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In India, the Constitution provides for universal adult suffrage. Citizens aged 18 years or above subject to certain other eligibility conditions can get their names included in the electoral list.

However, there is no system of automatic inclusion of citizens in electoral list once they turn 18.

I want to know whether there are any countries (prominent democracies) which have the system of automatic registration of citizens in their electoral rolls.

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According to Wikipedia, some countries that do register citizens for voting without them having to explicitly ask for it are:

  • Chile
  • Czech Republic
  • Denmark
  • Finland
  • Germany
  • Iceland
  • Israel
  • Italy
  • Mexico
  • Norway
  • Peru
  • South Korea
  • Spain
  • Sweden
  • Switzerland
  • Taiwan

Commenters also pointed out these additional examples:

  • The Netherlands
  • Poland
  • Portugal

Usually voter registration is tied to residency registration. When one is registered as a resident, they get automatically added to the voters roll as soon as they reach the required age. This of course requires that the country has and enforces mandatory residency registration.

  • Portugal has automatic registration, recently including Portuguese citizens living abroad as well. – André Paramés Dec 26 '19 at 2:24
  • The Netherlands has resident registration that's automatically used as voter registration as well. Registration might be required for those living abroad, though. – Sjoerd Dec 30 '19 at 14:18
  • Poland is another example of mandatory residence registration being an automatic voter registration. – M i ech Jan 3 at 10:03
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Germany

Since all residents must register with the municipal authorities, they know which residents are citizens. Before each election, one gets a postcard with a notification about the date and the place of one's polling station, plus instructions how to request absentee ballots.

There are some scenarios like citizens living abroad where special forms would be necessary.

  • Same for the Netherlands. – Sjoerd Dec 30 '19 at 14:19
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Belgium

Intuitively, countries where voting is mandatory would be likely to automatically register eligible citizens. This turns out to be true for Belgium.

According to the official Federal Office of Elections website,

Les Belges inscrits dans les registres de la population d'une commune belge ne doivent pas s'inscrire pour les élections. Ils sont automatiquement inscrits sur la liste des électeurs.

My translation: Belgians that are registered on the population register of a Belgian municipality don't have to register for elections. They are automatically registered on the voters list.

France

No mandatory voting but eligible French voters are automatically registered as well (provided they participated in the citizen census at the age of 16). From the official website of French administration:

Chaque Français qui devient majeur est inscrit automatiquement sur les listes électorales, à condition qu'il ait effectué les démarches de recensement citoyen au moment de ses 16 ans. Si l'inscription d'office n'a pas pu avoir lieu (recensement tardif, déménagement après le recensement, ...), il doit demander à être inscrit sur les listes électorales auprès de sa mairie.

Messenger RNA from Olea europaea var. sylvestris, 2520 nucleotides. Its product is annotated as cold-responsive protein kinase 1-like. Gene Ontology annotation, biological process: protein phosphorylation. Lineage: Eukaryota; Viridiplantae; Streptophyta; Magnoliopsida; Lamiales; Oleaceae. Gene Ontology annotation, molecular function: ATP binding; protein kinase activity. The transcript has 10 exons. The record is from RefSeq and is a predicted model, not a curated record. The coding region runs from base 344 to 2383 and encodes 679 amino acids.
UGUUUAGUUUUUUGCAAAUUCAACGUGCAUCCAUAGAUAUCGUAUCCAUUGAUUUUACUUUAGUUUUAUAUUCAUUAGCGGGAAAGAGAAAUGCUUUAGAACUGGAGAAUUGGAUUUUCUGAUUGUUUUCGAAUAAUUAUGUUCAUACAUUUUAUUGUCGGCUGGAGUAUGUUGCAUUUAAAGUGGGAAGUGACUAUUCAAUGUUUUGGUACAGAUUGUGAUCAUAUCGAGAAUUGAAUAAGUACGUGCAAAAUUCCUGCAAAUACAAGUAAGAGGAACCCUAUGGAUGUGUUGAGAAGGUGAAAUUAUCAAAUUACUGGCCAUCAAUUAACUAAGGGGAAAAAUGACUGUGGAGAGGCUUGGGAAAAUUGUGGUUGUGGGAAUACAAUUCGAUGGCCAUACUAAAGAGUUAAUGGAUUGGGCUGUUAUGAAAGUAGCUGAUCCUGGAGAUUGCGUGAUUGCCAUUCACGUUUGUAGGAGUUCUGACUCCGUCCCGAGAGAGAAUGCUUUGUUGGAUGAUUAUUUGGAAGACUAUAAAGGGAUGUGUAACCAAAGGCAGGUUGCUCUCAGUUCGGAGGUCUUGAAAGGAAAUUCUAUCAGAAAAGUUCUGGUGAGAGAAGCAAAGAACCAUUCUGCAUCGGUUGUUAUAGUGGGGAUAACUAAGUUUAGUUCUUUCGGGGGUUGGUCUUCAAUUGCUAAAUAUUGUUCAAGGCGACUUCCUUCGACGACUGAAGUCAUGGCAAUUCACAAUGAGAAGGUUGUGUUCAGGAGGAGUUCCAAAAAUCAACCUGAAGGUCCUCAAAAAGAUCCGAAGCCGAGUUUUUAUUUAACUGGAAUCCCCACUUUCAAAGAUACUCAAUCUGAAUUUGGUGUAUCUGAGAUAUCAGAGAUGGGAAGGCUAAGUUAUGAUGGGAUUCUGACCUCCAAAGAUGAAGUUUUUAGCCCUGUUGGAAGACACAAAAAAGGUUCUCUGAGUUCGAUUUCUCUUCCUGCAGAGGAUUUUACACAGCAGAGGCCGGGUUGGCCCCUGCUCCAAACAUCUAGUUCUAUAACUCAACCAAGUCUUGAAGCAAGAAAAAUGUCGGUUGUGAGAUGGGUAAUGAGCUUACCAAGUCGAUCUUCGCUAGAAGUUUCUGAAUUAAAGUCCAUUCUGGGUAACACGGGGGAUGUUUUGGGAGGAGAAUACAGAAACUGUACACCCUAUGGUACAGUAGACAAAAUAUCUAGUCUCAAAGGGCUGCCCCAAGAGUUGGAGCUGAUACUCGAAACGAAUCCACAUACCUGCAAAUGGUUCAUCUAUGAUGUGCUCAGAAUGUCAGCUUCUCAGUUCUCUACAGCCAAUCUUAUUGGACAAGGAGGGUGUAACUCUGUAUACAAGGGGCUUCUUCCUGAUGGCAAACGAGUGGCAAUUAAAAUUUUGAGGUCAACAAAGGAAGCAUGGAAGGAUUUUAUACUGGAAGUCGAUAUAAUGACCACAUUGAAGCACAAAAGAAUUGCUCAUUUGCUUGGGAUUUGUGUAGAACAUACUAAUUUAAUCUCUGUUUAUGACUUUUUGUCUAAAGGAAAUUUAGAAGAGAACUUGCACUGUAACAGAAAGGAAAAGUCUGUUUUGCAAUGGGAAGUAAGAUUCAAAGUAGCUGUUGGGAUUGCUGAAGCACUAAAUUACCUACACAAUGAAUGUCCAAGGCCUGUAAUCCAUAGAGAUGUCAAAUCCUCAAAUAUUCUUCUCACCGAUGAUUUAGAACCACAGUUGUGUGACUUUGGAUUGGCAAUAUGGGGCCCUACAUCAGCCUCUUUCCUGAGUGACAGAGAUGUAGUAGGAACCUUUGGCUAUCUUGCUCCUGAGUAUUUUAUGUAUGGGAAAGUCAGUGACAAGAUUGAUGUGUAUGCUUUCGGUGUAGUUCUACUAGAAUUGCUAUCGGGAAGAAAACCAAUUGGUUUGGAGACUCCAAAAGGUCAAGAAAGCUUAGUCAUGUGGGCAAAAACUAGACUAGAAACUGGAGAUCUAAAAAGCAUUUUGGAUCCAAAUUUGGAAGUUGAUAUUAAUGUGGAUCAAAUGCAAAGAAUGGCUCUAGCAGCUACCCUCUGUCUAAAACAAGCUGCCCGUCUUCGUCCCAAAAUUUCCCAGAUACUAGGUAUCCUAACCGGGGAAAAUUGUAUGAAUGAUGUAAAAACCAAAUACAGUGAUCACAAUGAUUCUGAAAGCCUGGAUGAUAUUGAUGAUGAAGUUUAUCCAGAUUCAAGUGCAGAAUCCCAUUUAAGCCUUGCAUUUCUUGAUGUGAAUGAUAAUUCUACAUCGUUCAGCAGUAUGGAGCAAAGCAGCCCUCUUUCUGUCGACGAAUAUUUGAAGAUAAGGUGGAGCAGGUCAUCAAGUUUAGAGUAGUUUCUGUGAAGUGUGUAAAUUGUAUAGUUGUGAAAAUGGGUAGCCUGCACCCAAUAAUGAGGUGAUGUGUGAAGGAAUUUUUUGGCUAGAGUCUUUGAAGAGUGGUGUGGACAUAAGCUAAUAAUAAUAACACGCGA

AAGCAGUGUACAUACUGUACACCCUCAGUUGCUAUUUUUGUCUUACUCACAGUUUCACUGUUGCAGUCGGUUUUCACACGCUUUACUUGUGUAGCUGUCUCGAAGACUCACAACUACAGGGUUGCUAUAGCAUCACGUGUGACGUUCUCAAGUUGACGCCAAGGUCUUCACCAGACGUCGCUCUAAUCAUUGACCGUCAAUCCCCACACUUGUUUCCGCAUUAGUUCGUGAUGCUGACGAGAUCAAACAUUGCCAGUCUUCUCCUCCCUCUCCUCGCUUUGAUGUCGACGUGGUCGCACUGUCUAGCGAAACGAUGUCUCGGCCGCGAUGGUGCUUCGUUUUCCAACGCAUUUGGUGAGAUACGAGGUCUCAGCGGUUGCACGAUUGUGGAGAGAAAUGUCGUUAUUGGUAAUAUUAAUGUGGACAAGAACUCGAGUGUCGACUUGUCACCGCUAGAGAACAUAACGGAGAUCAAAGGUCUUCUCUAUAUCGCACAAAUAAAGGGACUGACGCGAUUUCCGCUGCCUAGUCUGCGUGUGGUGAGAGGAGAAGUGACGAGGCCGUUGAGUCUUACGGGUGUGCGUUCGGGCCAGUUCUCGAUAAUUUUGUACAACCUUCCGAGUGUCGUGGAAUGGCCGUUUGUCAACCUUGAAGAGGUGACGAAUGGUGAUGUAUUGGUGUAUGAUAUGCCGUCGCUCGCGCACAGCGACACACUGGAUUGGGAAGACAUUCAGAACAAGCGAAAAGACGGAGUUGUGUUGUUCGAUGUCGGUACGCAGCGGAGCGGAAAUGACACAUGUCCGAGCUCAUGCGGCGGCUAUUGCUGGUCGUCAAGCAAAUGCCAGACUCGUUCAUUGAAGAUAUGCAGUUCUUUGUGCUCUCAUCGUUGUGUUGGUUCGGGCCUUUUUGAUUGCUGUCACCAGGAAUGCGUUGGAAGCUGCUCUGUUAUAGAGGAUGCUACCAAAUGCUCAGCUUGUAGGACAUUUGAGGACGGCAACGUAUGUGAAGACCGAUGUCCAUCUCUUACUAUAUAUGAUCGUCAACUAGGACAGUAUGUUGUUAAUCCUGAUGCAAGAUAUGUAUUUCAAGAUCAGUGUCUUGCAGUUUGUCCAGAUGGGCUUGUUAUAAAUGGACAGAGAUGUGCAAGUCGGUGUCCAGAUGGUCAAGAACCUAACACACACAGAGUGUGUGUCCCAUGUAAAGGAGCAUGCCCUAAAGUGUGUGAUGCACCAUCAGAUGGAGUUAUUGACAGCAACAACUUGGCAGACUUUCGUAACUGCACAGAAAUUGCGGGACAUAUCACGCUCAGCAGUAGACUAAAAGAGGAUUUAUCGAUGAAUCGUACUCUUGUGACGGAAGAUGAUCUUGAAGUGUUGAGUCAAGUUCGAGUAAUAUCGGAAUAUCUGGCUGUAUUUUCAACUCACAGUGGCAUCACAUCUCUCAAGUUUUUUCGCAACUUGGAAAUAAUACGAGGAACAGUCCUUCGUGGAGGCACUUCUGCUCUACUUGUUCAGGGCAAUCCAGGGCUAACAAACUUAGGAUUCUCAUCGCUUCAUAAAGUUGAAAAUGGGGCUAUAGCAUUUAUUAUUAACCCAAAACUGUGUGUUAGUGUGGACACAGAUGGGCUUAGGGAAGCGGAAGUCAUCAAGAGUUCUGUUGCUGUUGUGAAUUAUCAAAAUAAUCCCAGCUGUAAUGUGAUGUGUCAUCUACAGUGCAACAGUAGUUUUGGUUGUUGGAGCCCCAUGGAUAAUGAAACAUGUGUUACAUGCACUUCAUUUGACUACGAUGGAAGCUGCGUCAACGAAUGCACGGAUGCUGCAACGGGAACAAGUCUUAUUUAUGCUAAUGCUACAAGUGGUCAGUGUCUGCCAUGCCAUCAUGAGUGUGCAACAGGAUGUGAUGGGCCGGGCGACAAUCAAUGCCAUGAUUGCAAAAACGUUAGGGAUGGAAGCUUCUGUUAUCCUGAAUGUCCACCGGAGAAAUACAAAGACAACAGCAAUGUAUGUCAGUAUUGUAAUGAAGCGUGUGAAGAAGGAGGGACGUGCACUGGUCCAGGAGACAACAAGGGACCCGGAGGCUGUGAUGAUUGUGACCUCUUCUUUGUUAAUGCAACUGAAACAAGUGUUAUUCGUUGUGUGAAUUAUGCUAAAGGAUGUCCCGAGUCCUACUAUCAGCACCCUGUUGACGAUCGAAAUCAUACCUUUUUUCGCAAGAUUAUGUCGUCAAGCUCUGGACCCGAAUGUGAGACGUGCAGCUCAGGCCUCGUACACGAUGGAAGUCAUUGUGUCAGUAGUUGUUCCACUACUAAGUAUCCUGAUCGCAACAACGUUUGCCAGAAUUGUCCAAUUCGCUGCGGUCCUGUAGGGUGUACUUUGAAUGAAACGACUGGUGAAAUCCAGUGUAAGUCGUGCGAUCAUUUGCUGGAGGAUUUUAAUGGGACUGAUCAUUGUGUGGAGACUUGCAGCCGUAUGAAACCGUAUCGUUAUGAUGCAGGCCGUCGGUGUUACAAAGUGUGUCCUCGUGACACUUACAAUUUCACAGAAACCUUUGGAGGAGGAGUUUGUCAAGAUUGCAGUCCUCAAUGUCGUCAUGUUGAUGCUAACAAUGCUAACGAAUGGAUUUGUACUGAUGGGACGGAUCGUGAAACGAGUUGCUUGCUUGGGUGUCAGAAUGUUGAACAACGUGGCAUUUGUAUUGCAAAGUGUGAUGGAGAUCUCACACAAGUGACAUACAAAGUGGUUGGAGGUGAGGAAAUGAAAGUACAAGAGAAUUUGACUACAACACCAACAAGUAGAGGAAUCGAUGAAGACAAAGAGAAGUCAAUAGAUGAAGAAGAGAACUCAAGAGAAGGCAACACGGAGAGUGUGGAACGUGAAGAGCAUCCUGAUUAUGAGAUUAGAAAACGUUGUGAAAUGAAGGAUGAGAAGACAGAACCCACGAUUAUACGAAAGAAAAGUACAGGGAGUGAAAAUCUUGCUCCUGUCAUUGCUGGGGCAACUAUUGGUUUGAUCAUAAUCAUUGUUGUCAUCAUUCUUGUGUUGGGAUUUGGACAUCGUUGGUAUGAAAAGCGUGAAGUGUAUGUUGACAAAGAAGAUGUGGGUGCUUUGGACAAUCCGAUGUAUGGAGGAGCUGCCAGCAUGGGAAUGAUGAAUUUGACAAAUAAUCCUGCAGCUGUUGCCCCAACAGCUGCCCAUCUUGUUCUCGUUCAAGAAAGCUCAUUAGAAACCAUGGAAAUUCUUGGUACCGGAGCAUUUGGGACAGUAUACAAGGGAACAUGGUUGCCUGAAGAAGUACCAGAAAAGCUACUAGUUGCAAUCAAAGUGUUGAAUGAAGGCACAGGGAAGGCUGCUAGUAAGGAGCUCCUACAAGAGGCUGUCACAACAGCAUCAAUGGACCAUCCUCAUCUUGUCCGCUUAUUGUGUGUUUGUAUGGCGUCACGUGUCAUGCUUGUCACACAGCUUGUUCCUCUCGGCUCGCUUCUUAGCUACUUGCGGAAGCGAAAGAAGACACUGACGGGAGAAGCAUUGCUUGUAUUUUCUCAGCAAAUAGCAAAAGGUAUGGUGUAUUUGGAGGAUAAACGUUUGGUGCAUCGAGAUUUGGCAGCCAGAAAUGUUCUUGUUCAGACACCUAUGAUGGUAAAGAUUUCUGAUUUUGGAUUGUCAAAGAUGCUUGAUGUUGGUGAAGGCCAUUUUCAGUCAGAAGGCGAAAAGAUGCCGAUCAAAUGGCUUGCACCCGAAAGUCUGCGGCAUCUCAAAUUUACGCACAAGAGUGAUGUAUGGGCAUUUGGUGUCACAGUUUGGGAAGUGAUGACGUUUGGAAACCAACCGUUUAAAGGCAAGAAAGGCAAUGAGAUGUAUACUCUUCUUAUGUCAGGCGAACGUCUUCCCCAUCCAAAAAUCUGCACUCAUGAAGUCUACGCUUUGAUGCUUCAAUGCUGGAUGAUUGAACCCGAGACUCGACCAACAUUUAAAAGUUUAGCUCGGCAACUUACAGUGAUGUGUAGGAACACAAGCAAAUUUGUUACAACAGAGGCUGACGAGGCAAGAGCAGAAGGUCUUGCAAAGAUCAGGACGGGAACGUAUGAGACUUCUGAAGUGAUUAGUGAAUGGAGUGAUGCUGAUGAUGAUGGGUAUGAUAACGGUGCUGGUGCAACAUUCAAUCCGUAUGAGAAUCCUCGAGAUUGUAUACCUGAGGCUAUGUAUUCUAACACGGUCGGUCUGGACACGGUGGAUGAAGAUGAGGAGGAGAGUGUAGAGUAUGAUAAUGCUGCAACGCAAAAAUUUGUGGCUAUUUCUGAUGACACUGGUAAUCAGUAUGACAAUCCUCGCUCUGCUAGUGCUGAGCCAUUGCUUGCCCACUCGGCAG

My translation: Each French citizen who becomes an adult [age 18] is automatically registered on the electoral lists, provided that he has completed the citizen census procedures by the time he turns 16. If the automatic registration could not take place (late census, moving after the census, ...), he must request to be registered on the electoral lists with his town hall.

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Some states in the United States do something like this.

map showing which states

According to the Brennan Center, 16 states (plus the District of Columbia) currently or will soon automatically register citizens to vote (on an opt-out basis) when they interact with government agencies, generally the Department of Motor Vehicles (DMV) where people register their cars and get and renew driver’s licenses (which are the main form of ID in the US).

First, AVR makes voter registration “opt-out” instead of “opt-in”—eligible citizens who interact with government agencies are registered to vote or have their existing registration information updated, unless they affirmatively decline. Again, the voter can opt-out; it is not compulsory registration. Second, those agencies transfer voter registration information electronically to election officials instead of using paper registration forms. These common-sense reforms increase registration rates, clean up the voter rolls, and save states money.

Like most things in the US, the details vary from state to state, but these programs do seem to have significantly increased voter registration rates:

The results have been exciting. Since Oregon became the first state in the nation to implement AVR in 2016, the Beaver State has seen registration rates quadruple at DMV offices. In the first six months after AVR was implemented in Vermont on New Year’s Day 2017, registration rates jumped 62 percent when compared to the first half of 2016.

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